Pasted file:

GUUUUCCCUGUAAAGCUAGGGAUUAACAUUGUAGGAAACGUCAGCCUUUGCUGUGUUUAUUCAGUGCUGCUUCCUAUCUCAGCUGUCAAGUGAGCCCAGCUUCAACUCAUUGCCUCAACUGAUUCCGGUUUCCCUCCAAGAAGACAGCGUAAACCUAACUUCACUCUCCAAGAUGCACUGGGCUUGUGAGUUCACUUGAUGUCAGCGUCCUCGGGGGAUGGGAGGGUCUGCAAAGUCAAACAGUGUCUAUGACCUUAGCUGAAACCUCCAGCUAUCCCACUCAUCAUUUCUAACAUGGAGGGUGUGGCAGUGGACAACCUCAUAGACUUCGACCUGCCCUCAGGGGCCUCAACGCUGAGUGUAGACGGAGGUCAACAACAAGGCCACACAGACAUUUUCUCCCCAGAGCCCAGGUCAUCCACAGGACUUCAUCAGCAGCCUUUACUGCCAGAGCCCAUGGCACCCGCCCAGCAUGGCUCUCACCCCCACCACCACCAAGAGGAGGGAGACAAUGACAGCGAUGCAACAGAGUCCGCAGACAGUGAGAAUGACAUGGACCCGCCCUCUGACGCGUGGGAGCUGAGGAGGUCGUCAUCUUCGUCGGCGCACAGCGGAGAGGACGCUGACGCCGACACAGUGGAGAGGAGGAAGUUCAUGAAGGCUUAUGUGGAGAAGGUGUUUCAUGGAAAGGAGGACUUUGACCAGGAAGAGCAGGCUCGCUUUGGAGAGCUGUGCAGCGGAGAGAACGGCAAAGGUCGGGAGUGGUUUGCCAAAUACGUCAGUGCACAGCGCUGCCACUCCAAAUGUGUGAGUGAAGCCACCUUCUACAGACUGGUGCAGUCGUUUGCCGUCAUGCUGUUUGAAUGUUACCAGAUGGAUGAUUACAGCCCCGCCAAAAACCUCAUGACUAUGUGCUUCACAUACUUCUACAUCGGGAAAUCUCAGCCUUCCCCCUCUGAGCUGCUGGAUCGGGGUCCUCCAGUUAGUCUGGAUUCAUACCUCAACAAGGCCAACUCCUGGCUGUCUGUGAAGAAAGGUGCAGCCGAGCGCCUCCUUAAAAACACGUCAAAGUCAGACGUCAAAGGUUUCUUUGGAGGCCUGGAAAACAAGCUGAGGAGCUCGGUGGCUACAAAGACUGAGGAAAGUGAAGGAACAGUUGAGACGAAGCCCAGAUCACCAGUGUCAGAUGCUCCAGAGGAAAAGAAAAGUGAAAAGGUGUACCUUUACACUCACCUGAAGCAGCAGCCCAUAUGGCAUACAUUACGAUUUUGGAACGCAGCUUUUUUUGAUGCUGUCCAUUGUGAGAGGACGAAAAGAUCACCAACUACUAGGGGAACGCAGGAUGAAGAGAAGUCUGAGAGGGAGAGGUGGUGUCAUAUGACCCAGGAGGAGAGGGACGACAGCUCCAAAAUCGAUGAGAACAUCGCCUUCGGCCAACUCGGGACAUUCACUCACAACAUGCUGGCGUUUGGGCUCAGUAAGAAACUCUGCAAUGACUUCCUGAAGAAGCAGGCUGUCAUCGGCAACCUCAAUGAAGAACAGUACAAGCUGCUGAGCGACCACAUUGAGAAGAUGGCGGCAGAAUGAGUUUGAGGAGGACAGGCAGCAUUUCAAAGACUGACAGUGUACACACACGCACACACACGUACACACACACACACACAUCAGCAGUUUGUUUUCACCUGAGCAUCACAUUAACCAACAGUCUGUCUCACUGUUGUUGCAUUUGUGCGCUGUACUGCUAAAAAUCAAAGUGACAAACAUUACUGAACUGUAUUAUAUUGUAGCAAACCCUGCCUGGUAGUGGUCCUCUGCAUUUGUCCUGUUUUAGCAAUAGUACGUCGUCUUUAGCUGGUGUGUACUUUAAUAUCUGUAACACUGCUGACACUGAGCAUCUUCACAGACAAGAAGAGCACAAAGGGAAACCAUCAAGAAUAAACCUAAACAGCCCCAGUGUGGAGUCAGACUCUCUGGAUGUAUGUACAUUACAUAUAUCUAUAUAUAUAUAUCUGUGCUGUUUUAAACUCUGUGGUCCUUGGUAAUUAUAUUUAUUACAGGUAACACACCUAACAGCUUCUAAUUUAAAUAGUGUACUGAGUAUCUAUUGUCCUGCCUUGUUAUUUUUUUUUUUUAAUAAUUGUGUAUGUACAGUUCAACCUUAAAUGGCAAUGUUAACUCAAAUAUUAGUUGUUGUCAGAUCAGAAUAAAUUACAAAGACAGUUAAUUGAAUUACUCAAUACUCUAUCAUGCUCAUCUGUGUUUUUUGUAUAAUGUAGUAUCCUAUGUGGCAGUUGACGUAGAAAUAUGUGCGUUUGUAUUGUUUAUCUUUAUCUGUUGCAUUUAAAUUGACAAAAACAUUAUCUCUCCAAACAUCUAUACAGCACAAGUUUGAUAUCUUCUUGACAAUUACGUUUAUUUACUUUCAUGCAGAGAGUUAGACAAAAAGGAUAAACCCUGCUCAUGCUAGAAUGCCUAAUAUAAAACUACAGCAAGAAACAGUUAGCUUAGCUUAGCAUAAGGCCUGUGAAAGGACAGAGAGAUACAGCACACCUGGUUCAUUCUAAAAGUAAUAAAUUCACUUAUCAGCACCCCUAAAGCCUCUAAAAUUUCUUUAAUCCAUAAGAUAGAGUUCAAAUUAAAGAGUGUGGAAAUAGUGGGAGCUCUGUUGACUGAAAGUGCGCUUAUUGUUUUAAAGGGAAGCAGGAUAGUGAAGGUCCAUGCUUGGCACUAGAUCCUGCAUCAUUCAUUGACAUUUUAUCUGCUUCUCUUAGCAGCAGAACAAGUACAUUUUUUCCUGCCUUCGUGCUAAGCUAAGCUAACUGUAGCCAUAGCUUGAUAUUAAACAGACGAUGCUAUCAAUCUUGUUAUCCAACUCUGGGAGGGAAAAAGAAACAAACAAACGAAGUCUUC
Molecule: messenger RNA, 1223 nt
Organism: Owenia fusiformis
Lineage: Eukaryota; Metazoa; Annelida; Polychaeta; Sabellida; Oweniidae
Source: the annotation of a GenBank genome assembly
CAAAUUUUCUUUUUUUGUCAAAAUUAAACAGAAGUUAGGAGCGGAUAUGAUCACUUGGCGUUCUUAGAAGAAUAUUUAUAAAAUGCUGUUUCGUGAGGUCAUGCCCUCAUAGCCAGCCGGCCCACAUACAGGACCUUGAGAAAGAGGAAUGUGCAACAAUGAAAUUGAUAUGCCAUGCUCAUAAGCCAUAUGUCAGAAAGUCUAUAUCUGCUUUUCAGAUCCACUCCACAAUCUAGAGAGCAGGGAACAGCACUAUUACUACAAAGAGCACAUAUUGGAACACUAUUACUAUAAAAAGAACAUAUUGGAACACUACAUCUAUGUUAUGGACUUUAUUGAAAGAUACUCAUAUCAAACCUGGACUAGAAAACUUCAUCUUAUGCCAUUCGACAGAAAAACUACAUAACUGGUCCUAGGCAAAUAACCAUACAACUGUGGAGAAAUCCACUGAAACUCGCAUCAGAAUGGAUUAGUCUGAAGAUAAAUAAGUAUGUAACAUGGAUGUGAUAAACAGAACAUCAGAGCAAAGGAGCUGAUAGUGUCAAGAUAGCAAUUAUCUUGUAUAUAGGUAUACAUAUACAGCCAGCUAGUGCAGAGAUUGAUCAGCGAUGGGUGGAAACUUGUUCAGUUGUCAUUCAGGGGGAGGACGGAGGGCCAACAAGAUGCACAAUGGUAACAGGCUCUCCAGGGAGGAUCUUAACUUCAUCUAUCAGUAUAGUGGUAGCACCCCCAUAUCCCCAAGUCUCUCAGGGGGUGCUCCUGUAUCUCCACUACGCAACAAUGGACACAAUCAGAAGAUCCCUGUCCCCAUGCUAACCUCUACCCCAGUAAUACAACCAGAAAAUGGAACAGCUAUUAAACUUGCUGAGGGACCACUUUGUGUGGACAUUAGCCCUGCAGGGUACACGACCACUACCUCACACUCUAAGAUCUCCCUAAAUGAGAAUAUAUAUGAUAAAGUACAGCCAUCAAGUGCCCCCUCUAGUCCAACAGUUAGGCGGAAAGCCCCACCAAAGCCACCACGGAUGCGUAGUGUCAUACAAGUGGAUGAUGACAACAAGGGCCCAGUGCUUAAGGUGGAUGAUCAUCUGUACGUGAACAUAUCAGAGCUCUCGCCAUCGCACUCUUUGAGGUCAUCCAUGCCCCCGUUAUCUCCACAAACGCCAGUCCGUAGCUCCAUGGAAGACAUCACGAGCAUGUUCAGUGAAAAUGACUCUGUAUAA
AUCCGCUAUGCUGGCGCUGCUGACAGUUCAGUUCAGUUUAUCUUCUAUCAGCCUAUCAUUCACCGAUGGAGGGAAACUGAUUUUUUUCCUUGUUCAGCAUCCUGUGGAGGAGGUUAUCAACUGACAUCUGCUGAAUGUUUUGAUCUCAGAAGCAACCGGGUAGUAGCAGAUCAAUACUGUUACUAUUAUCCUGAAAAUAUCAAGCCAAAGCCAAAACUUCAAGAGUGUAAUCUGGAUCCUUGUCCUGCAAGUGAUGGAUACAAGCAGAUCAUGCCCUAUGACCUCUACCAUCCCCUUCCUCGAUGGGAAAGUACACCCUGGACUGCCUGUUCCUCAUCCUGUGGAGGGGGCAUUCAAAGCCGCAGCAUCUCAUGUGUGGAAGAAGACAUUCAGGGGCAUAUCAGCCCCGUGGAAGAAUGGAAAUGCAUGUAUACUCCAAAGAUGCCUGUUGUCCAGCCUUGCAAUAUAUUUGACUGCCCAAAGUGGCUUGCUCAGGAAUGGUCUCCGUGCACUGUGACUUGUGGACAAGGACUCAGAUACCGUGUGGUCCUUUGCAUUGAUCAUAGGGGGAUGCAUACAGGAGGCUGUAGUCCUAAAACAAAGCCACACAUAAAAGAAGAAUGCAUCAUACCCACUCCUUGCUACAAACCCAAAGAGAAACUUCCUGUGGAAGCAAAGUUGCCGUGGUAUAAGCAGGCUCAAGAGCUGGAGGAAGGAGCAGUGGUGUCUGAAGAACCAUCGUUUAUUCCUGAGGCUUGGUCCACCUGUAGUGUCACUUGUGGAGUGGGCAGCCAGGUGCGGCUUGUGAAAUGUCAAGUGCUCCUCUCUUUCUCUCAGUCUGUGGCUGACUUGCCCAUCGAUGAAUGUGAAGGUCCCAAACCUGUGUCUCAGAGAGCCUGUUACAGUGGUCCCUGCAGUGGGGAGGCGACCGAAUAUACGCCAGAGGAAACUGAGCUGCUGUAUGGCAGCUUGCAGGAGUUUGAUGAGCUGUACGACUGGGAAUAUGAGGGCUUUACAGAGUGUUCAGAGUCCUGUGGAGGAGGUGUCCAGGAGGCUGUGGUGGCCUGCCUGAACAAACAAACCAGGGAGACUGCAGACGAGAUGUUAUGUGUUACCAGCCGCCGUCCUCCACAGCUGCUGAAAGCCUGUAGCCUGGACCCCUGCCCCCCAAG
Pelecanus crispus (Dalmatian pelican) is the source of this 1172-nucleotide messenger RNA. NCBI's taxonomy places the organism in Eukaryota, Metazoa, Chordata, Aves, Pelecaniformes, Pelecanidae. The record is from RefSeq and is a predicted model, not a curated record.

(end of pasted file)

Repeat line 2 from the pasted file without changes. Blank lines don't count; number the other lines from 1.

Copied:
Molecule: messenger RNA, 1223 nt